Outsourcing agreements are evolving to reflect a greater trend towards insourcing. Businesses themselves are increasingly focused on the potential future structure and operating model design, and are writing in to agreements specific, potential changes. A greater flexibility is also being achieved by agreements being split, or modularised to reflect individual components of service, for example within an IT infrastructure arrangement having separate terms and conditions stretching from legacy, dedicated IT components, through to public cloud, via infrastructure as a service or platform as a service.
A key consideration will be the extent to which key employees, knowledge and skills are able to be transferred back to the business – this will clearly be more of an issue in relation to outsourced functions which involve significant employee support. An insourcing is likely to be a transfer for the purposes of TUPE, but this is very much an issue to be considered on a transaction by transaction basis. It may be possible to structure the insourcing so as to determine the application (or not) of TUPE, depending upon the outcome required by the business, although this of itself may be subject to negotiations.
The impact of the existing outsourcing contract will need to be taken into account. Even where TUPE does apply so as to transfer the assigned employees back in-house, there is a risk that employees could decide not to transfer by opting-out of the transfer. This is particularly a risk for senior or key employees who are likely to be more in demand in the wider market place. The fact of the transfer effectively gives an employee an opportunity to resign on the date of the transfer without having to give notice of termination – this may be an attractive option for some, but clearly could have a detrimental impact on the future provision of the relevant function or process.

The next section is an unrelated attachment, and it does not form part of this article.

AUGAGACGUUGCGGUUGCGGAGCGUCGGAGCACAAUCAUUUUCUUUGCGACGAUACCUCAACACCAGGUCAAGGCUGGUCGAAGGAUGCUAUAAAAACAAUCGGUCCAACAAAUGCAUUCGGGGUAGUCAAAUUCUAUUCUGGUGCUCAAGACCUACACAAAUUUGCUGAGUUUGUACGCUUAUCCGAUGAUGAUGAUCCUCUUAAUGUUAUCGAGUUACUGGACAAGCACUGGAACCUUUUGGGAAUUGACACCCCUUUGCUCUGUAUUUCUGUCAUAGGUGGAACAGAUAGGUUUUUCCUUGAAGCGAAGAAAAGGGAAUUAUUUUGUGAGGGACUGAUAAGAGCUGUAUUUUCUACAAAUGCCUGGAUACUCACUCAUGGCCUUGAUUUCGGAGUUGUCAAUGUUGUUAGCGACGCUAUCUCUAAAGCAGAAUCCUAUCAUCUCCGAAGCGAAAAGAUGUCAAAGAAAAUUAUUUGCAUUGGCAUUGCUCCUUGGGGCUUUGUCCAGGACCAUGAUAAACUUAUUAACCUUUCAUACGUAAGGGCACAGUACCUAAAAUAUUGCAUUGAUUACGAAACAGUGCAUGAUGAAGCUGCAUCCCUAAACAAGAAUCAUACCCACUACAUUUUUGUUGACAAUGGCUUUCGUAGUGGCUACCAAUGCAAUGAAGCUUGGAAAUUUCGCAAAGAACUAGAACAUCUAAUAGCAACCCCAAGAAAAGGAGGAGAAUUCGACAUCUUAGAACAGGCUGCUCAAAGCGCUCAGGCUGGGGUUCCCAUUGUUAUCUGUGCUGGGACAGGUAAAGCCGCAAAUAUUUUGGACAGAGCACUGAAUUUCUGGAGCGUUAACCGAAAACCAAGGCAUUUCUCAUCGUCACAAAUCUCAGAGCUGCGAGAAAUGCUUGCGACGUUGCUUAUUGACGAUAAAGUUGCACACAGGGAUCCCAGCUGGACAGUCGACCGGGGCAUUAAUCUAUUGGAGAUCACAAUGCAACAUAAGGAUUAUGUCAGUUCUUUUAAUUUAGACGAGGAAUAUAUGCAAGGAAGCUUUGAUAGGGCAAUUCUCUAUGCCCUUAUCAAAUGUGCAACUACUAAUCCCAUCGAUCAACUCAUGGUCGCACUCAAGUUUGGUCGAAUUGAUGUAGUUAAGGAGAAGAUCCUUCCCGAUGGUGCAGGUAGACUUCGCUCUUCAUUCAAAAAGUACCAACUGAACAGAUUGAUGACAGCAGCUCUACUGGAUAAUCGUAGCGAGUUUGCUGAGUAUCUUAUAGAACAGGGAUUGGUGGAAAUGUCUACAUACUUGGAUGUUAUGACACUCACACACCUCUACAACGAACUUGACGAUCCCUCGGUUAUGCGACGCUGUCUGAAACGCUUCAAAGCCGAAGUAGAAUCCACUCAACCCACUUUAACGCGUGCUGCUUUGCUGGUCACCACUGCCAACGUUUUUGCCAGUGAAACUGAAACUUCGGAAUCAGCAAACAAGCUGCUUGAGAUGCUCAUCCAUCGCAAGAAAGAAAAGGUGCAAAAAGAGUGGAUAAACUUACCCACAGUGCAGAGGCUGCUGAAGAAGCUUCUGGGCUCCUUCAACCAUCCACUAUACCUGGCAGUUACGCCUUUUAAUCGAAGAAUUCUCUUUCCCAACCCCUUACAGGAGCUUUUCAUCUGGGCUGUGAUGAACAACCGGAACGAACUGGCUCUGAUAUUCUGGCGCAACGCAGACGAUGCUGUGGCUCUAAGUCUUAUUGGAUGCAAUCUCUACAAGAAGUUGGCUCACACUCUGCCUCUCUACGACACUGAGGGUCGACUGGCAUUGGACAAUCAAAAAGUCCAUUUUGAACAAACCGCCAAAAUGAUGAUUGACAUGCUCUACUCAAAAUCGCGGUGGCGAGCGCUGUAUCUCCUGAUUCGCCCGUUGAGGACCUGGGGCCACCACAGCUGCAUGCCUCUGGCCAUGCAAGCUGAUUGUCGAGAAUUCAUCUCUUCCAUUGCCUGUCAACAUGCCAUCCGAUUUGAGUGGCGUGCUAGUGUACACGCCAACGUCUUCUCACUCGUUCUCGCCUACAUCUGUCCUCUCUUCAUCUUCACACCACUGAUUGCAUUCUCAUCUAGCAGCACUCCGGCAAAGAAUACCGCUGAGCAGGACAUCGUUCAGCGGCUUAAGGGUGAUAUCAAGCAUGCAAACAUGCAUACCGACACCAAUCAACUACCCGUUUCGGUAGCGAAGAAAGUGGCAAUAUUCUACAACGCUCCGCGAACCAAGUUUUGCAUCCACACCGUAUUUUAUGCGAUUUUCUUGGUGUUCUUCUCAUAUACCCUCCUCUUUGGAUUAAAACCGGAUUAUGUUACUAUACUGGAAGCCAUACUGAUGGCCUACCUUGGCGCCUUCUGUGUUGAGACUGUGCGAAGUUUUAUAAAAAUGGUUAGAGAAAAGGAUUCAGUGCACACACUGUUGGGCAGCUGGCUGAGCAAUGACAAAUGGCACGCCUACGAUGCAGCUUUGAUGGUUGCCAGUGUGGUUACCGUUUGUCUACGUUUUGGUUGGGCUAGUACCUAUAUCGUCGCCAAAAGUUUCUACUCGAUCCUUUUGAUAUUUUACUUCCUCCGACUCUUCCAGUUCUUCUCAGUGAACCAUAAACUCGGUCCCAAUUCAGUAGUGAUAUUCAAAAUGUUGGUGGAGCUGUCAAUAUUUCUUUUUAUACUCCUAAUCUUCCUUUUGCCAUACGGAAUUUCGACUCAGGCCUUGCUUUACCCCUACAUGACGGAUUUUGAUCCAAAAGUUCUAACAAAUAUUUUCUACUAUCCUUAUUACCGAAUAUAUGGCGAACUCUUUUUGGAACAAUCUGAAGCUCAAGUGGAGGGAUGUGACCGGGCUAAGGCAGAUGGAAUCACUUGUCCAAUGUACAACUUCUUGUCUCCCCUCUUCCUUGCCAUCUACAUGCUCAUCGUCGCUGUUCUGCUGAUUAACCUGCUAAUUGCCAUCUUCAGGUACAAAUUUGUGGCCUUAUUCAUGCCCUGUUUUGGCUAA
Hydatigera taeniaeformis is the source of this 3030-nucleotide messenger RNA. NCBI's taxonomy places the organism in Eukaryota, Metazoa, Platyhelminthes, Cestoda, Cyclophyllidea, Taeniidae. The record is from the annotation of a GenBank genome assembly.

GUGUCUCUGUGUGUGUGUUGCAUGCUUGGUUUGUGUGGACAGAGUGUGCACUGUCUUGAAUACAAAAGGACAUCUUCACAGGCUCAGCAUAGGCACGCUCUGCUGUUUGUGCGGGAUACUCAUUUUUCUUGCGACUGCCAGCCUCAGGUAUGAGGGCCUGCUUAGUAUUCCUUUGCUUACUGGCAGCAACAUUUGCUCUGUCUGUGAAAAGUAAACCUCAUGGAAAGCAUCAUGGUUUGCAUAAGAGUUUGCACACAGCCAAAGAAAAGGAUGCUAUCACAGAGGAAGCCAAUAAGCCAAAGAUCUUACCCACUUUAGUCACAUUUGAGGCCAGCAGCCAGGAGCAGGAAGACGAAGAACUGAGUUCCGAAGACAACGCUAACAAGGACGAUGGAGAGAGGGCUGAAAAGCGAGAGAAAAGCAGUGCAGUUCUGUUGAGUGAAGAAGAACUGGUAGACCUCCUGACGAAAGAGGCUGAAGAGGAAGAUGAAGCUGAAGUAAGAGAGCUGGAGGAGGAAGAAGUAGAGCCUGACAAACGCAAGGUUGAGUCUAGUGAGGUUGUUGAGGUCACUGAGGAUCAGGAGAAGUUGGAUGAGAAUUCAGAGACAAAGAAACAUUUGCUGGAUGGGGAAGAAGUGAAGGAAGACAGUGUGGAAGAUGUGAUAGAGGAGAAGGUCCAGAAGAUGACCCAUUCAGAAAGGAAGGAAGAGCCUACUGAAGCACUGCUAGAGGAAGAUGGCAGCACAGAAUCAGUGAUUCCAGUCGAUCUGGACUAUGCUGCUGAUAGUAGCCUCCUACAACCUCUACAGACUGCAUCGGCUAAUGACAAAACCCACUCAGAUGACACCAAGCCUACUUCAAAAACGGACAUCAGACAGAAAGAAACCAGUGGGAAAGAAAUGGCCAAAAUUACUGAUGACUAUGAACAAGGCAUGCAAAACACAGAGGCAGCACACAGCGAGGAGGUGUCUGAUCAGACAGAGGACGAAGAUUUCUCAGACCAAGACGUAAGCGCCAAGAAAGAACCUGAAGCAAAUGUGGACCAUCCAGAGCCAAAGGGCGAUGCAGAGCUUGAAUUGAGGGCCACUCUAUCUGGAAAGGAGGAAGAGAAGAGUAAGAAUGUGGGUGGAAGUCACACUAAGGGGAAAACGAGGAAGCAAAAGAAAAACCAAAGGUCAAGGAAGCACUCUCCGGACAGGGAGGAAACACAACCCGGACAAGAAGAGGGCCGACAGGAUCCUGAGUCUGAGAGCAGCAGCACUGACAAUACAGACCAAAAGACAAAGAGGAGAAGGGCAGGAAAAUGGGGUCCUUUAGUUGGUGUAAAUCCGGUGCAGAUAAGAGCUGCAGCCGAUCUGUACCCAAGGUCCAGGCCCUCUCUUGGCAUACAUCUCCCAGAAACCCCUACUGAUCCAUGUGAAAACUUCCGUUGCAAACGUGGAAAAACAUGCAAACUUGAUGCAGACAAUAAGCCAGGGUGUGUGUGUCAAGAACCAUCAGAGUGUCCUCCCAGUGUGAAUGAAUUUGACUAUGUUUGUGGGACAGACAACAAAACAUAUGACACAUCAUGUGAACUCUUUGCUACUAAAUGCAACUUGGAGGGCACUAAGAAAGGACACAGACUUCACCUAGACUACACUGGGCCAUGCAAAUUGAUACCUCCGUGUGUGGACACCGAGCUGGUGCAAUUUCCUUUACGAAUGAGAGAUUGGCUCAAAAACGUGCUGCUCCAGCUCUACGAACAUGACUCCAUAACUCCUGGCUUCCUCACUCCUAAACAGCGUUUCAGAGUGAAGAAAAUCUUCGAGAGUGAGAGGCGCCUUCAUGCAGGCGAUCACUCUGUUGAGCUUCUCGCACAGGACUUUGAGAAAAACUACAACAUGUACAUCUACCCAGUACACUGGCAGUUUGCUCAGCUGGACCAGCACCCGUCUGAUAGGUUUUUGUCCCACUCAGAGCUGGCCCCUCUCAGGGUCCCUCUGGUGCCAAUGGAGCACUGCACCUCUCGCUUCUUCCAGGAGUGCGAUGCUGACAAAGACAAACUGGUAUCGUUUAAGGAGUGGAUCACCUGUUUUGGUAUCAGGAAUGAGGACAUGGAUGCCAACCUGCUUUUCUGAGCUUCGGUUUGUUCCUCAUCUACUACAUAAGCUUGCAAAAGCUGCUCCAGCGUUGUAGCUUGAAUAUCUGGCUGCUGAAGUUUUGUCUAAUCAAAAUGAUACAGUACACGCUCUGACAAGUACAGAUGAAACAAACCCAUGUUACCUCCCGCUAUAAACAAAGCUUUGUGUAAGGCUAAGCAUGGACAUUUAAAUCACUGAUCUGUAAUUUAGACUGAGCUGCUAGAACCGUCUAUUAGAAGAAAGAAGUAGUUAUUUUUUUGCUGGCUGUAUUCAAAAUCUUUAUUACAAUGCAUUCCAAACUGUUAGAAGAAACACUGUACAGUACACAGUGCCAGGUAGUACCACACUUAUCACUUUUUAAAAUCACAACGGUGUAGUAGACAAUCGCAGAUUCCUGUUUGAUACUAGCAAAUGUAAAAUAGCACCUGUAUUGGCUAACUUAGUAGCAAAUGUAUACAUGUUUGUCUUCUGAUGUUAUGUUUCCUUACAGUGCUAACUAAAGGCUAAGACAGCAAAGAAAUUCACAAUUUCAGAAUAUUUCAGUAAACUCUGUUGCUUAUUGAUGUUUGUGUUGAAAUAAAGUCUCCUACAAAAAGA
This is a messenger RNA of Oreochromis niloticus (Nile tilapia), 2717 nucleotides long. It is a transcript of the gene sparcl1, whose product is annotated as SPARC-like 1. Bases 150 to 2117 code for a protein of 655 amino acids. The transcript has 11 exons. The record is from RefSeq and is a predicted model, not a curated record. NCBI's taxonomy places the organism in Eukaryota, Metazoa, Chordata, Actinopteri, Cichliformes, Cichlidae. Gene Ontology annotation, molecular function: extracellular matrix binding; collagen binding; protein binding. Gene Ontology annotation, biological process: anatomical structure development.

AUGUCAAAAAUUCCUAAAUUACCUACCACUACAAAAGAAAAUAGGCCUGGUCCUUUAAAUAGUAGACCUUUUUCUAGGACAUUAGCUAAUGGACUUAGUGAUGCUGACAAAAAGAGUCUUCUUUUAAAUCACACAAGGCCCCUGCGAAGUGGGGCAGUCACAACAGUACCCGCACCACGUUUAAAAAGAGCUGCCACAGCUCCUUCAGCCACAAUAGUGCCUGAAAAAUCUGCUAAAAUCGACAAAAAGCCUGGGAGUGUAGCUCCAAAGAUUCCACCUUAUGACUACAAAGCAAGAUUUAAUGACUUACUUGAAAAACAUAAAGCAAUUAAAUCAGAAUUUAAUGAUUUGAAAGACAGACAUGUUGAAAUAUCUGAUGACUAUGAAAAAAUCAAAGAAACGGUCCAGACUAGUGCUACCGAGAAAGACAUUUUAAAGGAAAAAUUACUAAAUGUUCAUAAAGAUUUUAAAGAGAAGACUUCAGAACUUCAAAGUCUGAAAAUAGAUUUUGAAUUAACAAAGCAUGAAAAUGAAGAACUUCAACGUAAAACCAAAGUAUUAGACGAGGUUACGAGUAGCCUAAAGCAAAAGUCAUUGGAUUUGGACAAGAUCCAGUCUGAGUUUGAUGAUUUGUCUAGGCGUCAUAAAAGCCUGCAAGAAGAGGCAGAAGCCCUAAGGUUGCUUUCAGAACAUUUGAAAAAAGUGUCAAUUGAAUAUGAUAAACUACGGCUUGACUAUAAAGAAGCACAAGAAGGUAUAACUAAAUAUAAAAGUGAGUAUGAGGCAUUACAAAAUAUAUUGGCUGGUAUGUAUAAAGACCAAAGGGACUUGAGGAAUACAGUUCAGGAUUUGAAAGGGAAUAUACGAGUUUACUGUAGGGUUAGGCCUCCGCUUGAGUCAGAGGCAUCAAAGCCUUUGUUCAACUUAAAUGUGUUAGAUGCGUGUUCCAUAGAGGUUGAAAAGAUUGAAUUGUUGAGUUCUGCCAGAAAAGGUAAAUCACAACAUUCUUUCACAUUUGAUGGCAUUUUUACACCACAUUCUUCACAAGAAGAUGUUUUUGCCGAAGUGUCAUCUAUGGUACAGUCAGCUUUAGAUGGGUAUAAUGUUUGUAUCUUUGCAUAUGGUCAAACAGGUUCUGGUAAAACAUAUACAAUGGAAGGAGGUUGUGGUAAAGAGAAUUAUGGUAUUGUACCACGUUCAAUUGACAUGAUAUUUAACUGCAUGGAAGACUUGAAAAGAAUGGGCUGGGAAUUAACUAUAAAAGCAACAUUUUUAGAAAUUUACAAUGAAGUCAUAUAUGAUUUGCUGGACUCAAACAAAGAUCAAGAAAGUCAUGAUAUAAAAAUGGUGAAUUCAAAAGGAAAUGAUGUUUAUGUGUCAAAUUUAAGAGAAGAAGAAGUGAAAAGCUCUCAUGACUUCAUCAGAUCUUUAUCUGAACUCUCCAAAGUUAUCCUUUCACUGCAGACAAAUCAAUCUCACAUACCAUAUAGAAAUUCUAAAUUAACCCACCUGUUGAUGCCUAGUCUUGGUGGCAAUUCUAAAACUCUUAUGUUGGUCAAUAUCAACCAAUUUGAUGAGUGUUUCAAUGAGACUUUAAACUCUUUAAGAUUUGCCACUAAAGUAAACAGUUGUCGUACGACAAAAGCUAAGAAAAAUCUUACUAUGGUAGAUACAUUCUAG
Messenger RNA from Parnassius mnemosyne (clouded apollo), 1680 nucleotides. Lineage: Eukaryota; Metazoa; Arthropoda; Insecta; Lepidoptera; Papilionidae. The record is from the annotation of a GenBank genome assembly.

And where employees do transfer under TUPE, the regulations protect their terms and conditions of employment, giving the business little scope to make changes to these at the point of transfer or for an undetermined period following the transfer. This is a significant restriction on the business, but one which may be subject to change in the future following the vote in favour of Brexit.
The current trend of insourcing is probably best seen as another phase in the outsourcing/procurement cycle. Indeed, despite an increase in insourcing, outsourcing is still on the rise globally. As business needs evolve, so will their requirements to outsource functions to dedicated suppliers or insource functions for some of the drivers set out above. The key for organisations will be to have the contractual flexibility to make these changes, and a clear operational understanding of the related delivery models and risk.
Mike Pierides, Partner, and Caron Gosling, Counsel, Pillsbury Winthrop Shaw Pittman